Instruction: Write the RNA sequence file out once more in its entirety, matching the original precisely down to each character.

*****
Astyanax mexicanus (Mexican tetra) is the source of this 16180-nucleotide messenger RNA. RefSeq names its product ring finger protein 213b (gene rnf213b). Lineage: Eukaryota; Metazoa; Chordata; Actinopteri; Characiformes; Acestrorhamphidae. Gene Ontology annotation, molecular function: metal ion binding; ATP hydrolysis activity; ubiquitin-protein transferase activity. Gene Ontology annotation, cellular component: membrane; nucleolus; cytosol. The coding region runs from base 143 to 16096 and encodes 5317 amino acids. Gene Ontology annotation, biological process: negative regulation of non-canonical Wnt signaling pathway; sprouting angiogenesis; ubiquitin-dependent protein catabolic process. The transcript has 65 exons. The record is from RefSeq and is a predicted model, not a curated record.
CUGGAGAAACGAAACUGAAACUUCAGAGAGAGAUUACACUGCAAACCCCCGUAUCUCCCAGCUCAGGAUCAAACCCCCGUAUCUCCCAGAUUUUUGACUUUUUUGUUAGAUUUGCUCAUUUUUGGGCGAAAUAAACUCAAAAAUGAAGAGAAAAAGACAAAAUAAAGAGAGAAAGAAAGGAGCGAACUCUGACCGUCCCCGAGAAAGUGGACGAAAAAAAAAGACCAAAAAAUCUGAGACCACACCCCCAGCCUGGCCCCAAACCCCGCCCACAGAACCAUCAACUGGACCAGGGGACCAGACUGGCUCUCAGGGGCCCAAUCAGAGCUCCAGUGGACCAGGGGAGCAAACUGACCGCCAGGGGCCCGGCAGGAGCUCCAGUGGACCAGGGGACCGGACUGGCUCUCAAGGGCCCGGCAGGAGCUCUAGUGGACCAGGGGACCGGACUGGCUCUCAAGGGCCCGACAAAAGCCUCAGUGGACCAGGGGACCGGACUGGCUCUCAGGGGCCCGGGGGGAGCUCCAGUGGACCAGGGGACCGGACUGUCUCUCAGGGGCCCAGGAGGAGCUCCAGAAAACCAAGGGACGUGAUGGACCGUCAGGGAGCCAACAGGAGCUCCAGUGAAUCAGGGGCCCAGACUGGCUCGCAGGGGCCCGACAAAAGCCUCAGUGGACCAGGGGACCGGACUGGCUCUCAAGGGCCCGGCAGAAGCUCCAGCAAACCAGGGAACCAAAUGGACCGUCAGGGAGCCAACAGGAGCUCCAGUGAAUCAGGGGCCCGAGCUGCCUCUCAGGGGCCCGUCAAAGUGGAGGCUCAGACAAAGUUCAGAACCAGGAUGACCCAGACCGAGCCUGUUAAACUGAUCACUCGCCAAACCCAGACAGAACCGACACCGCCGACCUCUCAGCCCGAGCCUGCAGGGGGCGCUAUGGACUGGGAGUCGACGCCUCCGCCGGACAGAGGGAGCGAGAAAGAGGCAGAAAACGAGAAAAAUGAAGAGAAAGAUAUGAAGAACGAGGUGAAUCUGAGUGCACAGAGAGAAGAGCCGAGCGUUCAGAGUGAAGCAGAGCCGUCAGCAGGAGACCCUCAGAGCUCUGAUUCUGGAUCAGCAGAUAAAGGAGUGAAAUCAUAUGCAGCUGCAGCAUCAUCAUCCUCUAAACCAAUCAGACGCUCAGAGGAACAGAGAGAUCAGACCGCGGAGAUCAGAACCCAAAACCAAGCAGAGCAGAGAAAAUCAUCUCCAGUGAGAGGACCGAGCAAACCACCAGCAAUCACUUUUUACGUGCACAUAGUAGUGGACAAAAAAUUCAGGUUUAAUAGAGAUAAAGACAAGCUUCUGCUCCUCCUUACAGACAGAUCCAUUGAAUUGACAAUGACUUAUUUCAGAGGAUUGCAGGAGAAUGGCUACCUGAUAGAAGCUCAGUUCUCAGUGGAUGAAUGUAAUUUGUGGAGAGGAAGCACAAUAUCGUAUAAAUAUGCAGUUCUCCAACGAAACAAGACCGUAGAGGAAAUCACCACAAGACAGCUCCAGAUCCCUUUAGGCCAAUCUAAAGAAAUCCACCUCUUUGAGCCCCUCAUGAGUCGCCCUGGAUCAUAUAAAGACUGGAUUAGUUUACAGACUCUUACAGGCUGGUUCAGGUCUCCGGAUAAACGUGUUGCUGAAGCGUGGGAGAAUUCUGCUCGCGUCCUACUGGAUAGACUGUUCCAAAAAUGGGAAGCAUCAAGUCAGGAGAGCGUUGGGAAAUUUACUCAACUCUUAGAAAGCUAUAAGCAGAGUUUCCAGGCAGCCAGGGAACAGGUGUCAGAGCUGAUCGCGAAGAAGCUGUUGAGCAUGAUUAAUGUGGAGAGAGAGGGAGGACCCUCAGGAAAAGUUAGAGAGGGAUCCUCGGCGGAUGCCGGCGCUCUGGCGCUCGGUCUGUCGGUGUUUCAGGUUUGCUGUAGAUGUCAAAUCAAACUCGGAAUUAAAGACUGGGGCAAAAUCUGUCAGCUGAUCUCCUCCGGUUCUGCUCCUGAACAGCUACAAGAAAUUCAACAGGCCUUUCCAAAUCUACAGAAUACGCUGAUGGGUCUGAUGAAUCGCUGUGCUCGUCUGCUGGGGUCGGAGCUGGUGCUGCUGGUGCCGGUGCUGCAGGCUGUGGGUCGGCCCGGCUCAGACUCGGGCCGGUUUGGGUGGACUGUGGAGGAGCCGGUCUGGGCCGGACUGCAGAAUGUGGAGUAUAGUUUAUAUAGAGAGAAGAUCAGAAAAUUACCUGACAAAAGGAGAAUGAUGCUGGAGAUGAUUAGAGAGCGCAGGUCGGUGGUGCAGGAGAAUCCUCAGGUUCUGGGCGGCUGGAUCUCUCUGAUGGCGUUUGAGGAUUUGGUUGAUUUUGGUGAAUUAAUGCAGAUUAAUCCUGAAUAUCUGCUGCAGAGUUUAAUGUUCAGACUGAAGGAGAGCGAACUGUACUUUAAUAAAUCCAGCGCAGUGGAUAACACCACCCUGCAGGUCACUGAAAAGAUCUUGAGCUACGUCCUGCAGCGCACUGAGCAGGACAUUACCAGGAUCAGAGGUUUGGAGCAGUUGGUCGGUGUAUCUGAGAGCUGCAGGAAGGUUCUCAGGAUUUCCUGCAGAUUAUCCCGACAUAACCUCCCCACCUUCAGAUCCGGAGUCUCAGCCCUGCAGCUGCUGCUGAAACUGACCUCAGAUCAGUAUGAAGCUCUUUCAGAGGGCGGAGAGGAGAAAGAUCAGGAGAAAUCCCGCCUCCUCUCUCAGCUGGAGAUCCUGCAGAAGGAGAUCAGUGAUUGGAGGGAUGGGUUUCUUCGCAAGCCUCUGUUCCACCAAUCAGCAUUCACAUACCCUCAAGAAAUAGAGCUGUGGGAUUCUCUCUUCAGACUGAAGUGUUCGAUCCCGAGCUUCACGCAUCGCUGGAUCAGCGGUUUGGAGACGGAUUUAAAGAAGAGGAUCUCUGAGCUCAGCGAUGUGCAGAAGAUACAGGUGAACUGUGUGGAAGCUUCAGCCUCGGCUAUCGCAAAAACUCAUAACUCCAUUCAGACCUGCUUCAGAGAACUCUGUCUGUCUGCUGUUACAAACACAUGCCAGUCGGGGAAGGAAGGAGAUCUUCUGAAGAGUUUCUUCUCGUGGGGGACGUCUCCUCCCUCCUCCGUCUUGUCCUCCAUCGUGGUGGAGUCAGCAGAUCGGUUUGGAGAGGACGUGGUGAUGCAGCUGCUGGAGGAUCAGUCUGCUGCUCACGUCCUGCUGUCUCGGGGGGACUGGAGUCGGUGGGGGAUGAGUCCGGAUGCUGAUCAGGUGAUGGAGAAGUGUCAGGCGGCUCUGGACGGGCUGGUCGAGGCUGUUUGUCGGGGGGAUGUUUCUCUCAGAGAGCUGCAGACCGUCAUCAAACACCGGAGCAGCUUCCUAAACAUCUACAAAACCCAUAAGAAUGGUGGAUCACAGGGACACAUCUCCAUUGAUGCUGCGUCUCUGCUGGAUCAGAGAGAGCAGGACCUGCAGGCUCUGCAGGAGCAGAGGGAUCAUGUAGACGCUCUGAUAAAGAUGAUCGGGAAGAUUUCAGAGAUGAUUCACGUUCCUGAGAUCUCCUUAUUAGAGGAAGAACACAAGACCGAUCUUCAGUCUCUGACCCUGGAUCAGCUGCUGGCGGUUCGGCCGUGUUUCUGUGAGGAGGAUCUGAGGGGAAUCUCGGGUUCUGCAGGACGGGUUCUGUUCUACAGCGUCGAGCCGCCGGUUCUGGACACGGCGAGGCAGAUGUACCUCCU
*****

Astyanax mexicanus (Mexican tetra) is the source of this 16180-nucleotide messenger RNA. RefSeq names its product ring finger protein 213b (gene rnf213b). Lineage: Eukaryota; Metazoa; Chordata; Actinopteri; Characiformes; Acestrorhamphidae. Gene Ontology annotation, molecular function: metal ion binding; ATP hydrolysis activity; ubiquitin-protein transferase activity. Gene Ontology annotation, cellular component: membrane; nucleolus; cytosol. The coding region runs from base 143 to 16096 and encodes 5317 amino acids. Gene Ontology annotation, biological process: negative regulation of non-canonical Wnt signaling pathway; sprouting angiogenesis; ubiquitin-dependent protein catabolic process. The transcript has 65 exons. The record is from RefSeq and is a predicted model, not a curated record.
CUGGAGAAACGAAACUGAAACUUCAGAGAGAGAUUACACUGCAAACCCCCGUAUCUCCCAGCUCAGGAUCAAACCCCCGUAUCUCCCAGAUUUUUGACUUUUUUGUUAGAUUUGCUCAUUUUUGGGCGAAAUAAACUCAAAAAUGAAGAGAAAAAGACAAAAUAAAGAGAGAAAGAAAGGAGCGAACUCUGACCGUCCCCGAGAAAGUGGACGAAAAAAAAAGACCAAAAAAUCUGAGACCACACCCCCAGCCUGGCCCCAAACCCCGCCCACAGAACCAUCAACUGGACCAGGGGACCAGACUGGCUCUCAGGGGCCCAAUCAGAGCUCCAGUGGACCAGGGGAGCAAACUGACCGCCAGGGGCCCGGCAGGAGCUCCAGUGGACCAGGGGACCGGACUGGCUCUCAAGGGCCCGGCAGGAGCUCUAGUGGACCAGGGGACCGGACUGGCUCUCAAGGGCCCGACAAAAGCCUCAGUGGACCAGGGGACCGGACUGGCUCUCAGGGGCCCGGGGGGAGCUCCAGUGGACCAGGGGACCGGACUGUCUCUCAGGGGCCCAGGAGGAGCUCCAGAAAACCAAGGGACGUGAUGGACCGUCAGGGAGCCAACAGGAGCUCCAGUGAAUCAGGGGCCCAGACUGGCUCGCAGGGGCCCGACAAAAGCCUCAGUGGACCAGGGGACCGGACUGGCUCUCAAGGGCCCGGCAGAAGCUCCAGCAAACCAGGGAACCAAAUGGACCGUCAGGGAGCCAACAGGAGCUCCAGUGAAUCAGGGGCCCGAGCUGCCUCUCAGGGGCCCGUCAAAGUGGAGGCUCAGACAAAGUUCAGAACCAGGAUGACCCAGACCGAGCCUGUUAAACUGAUCACUCGCCAAACCCAGACAGAACCGACACCGCCGACCUCUCAGCCCGAGCCUGCAGGGGGCGCUAUGGACUGGGAGUCGACGCCUCCGCCGGACAGAGGGAGCGAGAAAGAGGCAGAAAACGAGAAAAAUGAAGAGAAAGAUAUGAAGAACGAGGUGAAUCUGAGUGCACAGAGAGAAGAGCCGAGCGUUCAGAGUGAAGCAGAGCCGUCAGCAGGAGACCCUCAGAGCUCUGAUUCUGGAUCAGCAGAUAAAGGAGUGAAAUCAUAUGCAGCUGCAGCAUCAUCAUCCUCUAAACCAAUCAGACGCUCAGAGGAACAGAGAGAUCAGACCGCGGAGAUCAGAACCCAAAACCAAGCAGAGCAGAGAAAAUCAUCUCCAGUGAGAGGACCGAGCAAACCACCAGCAAUCACUUUUUACGUGCACAUAGUAGUGGACAAAAAAUUCAGGUUUAAUAGAGAUAAAGACAAGCUUCUGCUCCUCCUUACAGACAGAUCCAUUGAAUUGACAAUGACUUAUUUCAGAGGAUUGCAGGAGAAUGGCUACCUGAUAGAAGCUCAGUUCUCAGUGGAUGAAUGUAAUUUGUGGAGAGGAAGCACAAUAUCGUAUAAAUAUGCAGUUCUCCAACGAAACAAGACCGUAGAGGAAAUCACCACAAGACAGCUCCAGAUCCCUUUAGGCCAAUCUAAAGAAAUCCACCUCUUUGAGCCCCUCAUGAGUCGCCCUGGAUCAUAUAAAGACUGGAUUAGUUUACAGACUCUUACAGGCUGGUUCAGGUCUCCGGAUAAACGUGUUGCUGAAGCGUGGGAGAAUUCUGCUCGCGUCCUACUGGAUAGACUGUUCCAAAAAUGGGAAGCAUCAAGUCAGGAGAGCGUUGGGAAAUUUACUCAACUCUUAGAAAGCUAUAAGCAGAGUUUCCAGGCAGCCAGGGAACAGGUGUCAGAGCUGAUCGCGAAGAAGCUGUUGAGCAUGAUUAAUGUGGAGAGAGAGGGAGGACCCUCAGGAAAAGUUAGAGAGGGAUCCUCGGCGGAUGCCGGCGCUCUGGCGCUCGGUCUGUCGGUGUUUCAGGUUUGCUGUAGAUGUCAAAUCAAACUCGGAAUUAAAGACUGGGGCAAAAUCUGUCAGCUGAUCUCCUCCGGUUCUGCUCCUGAACAGCUACAAGAAAUUCAACAGGCCUUUCCAAAUCUACAGAAUACGCUGAUGGGUCUGAUGAAUCGCUGUGCUCGUCUGCUGGGGUCGGAGCUGGUGCUGCUGGUGCCGGUGCUGCAGGCUGUGGGUCGGCCCGGCUCAGACUCGGGCCGGUUUGGGUGGACUGUGGAGGAGCCGGUCUGGGCCGGACUGCAGAAUGUGGAGUAUAGUUUAUAUAGAGAGAAGAUCAGAAAAUUACCUGACAAAAGGAGAAUGAUGCUGGAGAUGAUUAGAGAGCGCAGGUCGGUGGUGCAGGAGAAUCCUCAGGUUCUGGGCGGCUGGAUCUCUCUGAUGGCGUUUGAGGAUUUGGUUGAUUUUGGUGAAUUAAUGCAGAUUAAUCCUGAAUAUCUGCUGCAGAGUUUAAUGUUCAGACUGAAGGAGAGCGAACUGUACUUUAAUAAAUCCAGCGCAGUGGAUAACACCACCCUGCAGGUCACUGAAAAGAUCUUGAGCUACGUCCUGCAGCGCACUGAGCAGGACAUUACCAGGAUCAGAGGUUUGGAGCAGUUGGUCGGUGUAUCUGAGAGCUGCAGGAAGGUUCUCAGGAUUUCCUGCAGAUUAUCCCGACAUAACCUCCCCACCUUCAGAUCCGGAGUCUCAGCCCUGCAGCUGCUGCUGAAACUGACCUCAGAUCAGUAUGAAGCUCUUUCAGAGGGCGGAGAGGAGAAAGAUCAGGAGAAAUCCCGCCUCCUCUCUCAGCUGGAGAUCCUGCAGAAGGAGAUCAGUGAUUGGAGGGAUGGGUUUCUUCGCAAGCCUCUGUUCCACCAAUCAGCAUUCACAUACCCUCAAGAAAUAGAGCUGUGGGAUUCUCUCUUCAGACUGAAGUGUUCGAUCCCGAGCUUCACGCAUCGCUGGAUCAGCGGUUUGGAGACGGAUUUAAAGAAGAGGAUCUCUGAGCUCAGCGAUGUGCAGAAGAUACAGGUGAACUGUGUGGAAGCUUCAGCCUCGGCUAUCGCAAAAACUCAUAACUCCAUUCAGACCUGCUUCAGAGAACUCUGUCUGUCUGCUGUUACAAACACAUGCCAGUCGGGGAAGGAAGGAGAUCUUCUGAAGAGUUUCUUCUCGUGGGGGACGUCUCCUCCCUCCUCCGUCUUGUCCUCCAUCGUGGUGGAGUCAGCAGAUCGGUUUGGAGAGGACGUGGUGAUGCAGCUGCUGGAGGAUCAGUCUGCUGCUCACGUCCUGCUGUCUCGGGGGGACUGGAGUCGGUGGGGGAUGAGUCCGGAUGCUGAUCAGGUGAUGGAGAAGUGUCAGGCGGCUCUGGACGGGCUGGUCGAGGCUGUUUGUCGGGGGGAUGUUUCUCUCAGAGAGCUGCAGACCGUCAUCAAACACCGGAGCAGCUUCCUAAACAUCUACAAAACCCAUAAGAAUGGUGGAUCACAGGGACACAUCUCCAUUGAUGCUGCGUCUCUGCUGGAUCAGAGAGAGCAGGACCUGCAGGCUCUGCAGGAGCAGAGGGAUCAUGUAGACGCUCUGAUAAAGAUGAUCGGGAAGAUUUCAGAGAUGAUUCACGUUCCUGAGAUCUCCUUAUUAGAGGAAGAACACAAGACCGAUCUUCAGUCUCUGACCCUGGAUCAGCUGCUGGCGGUUCGGCCGUGUUUCUGUGAGGAGGAUCUGAGGGGAAUCUCGGGUUCUGCAGGACGGGUUCUGUUCUACAGCGUCGAGCCGCCGGUUCUGGACACGGCGAGGCAGAUGUACCUCCU